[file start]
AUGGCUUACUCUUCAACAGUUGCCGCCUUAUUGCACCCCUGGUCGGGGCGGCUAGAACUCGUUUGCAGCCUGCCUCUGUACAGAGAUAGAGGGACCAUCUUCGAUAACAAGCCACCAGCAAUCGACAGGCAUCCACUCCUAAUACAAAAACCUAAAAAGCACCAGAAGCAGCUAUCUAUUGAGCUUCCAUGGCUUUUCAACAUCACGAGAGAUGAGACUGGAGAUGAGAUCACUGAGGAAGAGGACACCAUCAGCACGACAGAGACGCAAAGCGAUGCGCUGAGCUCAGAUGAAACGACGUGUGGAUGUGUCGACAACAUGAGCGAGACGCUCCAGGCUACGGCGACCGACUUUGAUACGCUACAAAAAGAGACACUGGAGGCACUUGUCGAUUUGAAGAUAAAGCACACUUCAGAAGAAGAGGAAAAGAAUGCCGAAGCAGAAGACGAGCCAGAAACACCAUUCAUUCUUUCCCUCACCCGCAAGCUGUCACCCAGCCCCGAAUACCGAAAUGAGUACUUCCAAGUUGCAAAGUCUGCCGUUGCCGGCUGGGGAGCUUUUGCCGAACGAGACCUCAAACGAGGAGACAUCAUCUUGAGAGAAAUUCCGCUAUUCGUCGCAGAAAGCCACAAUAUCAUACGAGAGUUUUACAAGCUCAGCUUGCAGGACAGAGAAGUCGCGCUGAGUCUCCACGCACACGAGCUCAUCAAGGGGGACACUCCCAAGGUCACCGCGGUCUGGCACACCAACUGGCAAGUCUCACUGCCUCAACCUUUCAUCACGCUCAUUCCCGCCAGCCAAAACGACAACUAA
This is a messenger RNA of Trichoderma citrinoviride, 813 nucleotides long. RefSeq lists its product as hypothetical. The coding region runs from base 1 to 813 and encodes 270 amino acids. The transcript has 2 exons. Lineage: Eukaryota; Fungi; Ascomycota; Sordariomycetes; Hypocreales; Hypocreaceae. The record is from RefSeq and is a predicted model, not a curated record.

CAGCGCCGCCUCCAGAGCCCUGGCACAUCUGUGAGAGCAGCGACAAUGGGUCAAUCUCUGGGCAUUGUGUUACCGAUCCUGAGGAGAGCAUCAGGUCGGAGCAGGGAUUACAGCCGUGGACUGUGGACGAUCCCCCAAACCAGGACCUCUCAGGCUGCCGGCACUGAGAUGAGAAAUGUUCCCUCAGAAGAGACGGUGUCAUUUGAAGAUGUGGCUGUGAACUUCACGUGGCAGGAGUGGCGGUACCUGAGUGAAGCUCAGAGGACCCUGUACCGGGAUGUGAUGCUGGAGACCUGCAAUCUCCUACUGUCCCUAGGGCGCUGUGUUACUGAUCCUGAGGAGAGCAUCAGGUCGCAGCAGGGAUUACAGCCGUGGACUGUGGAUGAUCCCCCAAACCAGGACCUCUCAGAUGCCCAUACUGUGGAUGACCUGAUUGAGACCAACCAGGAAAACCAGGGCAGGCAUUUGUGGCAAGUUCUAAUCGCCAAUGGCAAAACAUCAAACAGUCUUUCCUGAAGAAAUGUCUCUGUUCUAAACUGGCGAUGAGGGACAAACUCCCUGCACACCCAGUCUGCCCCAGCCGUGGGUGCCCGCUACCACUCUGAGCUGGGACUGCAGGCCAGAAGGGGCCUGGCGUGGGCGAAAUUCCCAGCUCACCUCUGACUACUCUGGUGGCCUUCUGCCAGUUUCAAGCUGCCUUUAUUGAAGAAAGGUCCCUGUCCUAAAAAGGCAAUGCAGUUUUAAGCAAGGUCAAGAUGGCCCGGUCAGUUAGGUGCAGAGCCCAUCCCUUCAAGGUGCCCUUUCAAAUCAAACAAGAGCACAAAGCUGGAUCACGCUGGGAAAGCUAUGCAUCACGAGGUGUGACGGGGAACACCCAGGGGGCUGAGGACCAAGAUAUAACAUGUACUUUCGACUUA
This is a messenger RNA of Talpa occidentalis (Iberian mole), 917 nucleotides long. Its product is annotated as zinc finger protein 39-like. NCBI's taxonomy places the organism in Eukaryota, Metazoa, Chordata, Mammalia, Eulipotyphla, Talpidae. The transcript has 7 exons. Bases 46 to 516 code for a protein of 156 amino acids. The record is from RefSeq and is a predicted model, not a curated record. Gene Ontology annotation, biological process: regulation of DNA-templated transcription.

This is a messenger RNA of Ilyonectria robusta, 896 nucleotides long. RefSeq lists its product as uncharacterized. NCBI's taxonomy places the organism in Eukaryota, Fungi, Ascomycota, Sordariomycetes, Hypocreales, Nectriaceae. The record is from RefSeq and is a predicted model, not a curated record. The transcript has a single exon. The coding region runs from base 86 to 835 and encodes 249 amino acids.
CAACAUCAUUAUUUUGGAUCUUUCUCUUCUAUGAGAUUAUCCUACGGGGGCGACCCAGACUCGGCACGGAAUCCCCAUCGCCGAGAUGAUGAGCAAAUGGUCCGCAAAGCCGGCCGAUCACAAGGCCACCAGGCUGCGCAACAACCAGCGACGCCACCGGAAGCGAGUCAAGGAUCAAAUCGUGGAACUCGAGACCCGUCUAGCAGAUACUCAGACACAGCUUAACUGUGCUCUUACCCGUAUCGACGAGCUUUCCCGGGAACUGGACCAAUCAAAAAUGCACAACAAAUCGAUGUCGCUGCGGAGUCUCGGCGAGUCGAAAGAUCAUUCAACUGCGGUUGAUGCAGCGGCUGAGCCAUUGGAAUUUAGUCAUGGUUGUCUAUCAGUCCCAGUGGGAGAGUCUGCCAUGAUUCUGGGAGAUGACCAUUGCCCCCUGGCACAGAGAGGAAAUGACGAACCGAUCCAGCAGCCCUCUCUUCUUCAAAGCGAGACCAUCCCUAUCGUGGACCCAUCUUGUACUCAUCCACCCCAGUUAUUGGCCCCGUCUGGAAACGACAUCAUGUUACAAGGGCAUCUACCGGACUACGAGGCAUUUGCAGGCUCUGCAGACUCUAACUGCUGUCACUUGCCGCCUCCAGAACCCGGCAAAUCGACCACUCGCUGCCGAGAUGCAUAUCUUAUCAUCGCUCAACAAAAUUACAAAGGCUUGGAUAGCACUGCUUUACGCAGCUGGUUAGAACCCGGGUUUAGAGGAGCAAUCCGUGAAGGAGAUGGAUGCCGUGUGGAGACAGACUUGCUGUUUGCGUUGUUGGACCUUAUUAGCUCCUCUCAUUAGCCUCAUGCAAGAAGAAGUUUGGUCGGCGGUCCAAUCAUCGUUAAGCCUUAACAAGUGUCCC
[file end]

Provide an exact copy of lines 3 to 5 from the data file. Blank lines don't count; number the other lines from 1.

CAGCGCCGCCUCCAGAGCCCUGGCACAUCUGUGAGAGCAGCGACAAUGGGUCAAUCUCUGGGCAUUGUGUUACCGAUCCUGAGGAGAGCAUCAGGUCGGAGCAGGGAUUACAGCCGUGGACUGUGGACGAUCCCCCAAACCAGGACCUCUCAGGCUGCCGGCACUGAGAUGAGAAAUGUUCCCUCAGAAGAGACGGUGUCAUUUGAAGAUGUGGCUGUGAACUUCACGUGGCAGGAGUGGCGGUACCUGAGUGAAGCUCAGAGGACCCUGUACCGGGAUGUGAUGCUGGAGACCUGCAAUCUCCUACUGUCCCUAGGGCGCUGUGUUACUGAUCCUGAGGAGAGCAUCAGGUCGCAGCAGGGAUUACAGCCGUGGACUGUGGAUGAUCCCCCAAACCAGGACCUCUCAGAUGCCCAUACUGUGGAUGACCUGAUUGAGACCAACCAGGAAAACCAGGGCAGGCAUUUGUGGCAAGUUCUAAUCGCCAAUGGCAAAACAUCAAACAGUCUUUCCUGAAGAAAUGUCUCUGUUCUAAACUGGCGAUGAGGGACAAACUCCCUGCACACCCAGUCUGCCCCAGCCGUGGGUGCCCGCUACCACUCUGAGCUGGGACUGCAGGCCAGAAGGGGCCUGGCGUGGGCGAAAUUCCCAGCUCACCUCUGACUACUCUGGUGGCCUUCUGCCAGUUUCAAGCUGCCUUUAUUGAAGAAAGGUCCCUGUCCUAAAAAGGCAAUGCAGUUUUAAGCAAGGUCAAGAUGGCCCGGUCAGUUAGGUGCAGAGCCCAUCCCUUCAAGGUGCCCUUUCAAAUCAAACAAGAGCACAAAGCUGGAUCACGCUGGGAAAGCUAUGCAUCACGAGGUGUGACGGGGAACACCCAGGGGGCUGAGGACCAAGAUAUAACAUGUACUUUCGACUUA
This is a messenger RNA of Talpa occidentalis (Iberian mole), 917 nucleotides long. Its product is annotated as zinc finger protein 39-like. NCBI's taxonomy places the organism in Eukaryota, Metazoa, Chordata, Mammalia, Eulipotyphla, Talpidae. The transcript has 7 exons. Bases 46 to 516 code for a protein of 156 amino acids. The record is from RefSeq and is a predicted model, not a curated record. Gene Ontology annotation, biological process: regulation of DNA-templated transcription.

This is a messenger RNA of Ilyonectria robusta, 896 nucleotides long. RefSeq lists its product as uncharacterized. NCBI's taxonomy places the organism in Eukaryota, Fungi, Ascomycota, Sordariomycetes, Hypocreales, Nectriaceae. The record is from RefSeq and is a predicted model, not a curated record. The transcript has a single exon. The coding region runs from base 86 to 835 and encodes 249 amino acids.